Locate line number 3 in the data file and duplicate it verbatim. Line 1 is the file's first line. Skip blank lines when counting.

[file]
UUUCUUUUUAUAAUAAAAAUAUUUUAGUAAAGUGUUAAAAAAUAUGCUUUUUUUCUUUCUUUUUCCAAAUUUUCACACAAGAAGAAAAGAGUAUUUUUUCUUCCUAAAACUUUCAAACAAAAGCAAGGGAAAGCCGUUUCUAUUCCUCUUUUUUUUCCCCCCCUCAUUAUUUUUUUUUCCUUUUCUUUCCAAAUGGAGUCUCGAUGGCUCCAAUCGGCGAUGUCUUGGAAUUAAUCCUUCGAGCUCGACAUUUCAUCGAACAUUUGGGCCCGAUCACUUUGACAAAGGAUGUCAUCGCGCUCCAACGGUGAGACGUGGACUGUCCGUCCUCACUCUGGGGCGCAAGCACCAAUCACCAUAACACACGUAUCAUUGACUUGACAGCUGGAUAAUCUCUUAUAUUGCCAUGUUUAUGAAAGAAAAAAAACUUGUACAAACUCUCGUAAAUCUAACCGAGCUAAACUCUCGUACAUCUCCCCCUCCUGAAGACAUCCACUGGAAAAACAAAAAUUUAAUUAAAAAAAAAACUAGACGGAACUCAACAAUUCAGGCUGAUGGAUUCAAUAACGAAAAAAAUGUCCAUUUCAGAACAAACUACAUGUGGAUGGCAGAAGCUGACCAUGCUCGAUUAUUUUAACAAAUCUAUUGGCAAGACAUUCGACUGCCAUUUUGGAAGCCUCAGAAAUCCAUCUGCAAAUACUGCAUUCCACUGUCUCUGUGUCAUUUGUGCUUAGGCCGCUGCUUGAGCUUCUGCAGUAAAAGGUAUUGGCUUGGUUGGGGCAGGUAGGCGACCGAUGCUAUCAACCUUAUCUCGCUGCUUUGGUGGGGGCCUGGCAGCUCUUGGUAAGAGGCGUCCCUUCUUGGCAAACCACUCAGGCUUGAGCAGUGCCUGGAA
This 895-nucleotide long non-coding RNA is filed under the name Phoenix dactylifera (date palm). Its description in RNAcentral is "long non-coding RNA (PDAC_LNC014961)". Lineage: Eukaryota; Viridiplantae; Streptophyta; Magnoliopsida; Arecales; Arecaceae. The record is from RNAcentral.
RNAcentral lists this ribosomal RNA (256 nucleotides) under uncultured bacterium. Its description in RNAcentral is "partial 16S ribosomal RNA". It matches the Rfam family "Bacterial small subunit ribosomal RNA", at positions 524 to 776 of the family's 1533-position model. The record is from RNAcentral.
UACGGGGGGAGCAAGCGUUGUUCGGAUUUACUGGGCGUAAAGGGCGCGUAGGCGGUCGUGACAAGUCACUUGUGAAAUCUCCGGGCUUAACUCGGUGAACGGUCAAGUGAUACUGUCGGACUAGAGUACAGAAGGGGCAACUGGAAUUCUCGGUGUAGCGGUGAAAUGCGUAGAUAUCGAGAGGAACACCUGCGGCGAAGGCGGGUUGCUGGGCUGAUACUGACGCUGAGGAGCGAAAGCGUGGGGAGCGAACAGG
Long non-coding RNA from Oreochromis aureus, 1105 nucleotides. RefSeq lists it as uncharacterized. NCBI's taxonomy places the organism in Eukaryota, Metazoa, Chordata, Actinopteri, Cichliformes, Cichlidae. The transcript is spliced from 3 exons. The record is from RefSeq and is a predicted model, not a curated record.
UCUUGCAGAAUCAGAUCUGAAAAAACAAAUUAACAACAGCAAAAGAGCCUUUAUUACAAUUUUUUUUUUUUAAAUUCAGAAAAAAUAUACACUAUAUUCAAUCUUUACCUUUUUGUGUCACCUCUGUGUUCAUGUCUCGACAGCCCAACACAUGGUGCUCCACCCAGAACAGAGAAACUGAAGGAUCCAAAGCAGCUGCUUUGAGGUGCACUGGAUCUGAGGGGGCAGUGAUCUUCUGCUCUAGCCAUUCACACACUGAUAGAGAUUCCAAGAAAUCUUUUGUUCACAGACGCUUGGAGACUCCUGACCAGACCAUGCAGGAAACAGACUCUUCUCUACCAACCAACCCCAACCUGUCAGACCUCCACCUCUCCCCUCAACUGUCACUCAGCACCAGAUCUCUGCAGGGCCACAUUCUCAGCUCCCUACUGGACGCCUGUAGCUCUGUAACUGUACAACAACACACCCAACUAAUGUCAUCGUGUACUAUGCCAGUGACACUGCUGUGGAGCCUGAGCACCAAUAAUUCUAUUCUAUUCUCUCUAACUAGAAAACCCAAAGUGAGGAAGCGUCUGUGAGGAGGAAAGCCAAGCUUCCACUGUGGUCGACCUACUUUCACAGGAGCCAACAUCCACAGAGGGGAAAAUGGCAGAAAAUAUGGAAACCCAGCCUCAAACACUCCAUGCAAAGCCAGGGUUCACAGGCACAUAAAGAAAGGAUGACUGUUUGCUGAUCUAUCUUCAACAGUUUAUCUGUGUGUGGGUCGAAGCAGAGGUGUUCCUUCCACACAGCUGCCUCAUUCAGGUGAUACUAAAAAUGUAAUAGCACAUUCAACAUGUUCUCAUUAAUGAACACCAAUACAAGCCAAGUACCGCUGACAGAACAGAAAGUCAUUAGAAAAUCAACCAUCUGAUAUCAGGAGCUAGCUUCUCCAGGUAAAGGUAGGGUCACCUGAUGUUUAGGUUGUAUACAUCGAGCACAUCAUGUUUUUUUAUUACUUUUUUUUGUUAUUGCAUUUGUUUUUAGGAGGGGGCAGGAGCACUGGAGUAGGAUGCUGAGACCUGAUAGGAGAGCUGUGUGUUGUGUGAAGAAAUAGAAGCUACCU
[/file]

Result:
RNAcentral lists this ribosomal RNA (256 nucleotides) under uncultured bacterium. Its description in RNAcentral is "partial 16S ribosomal RNA". It matches the Rfam family "Bacterial small subunit ribosomal RNA", at positions 524 to 776 of the family's 1533-position model. The record is from RNAcentral.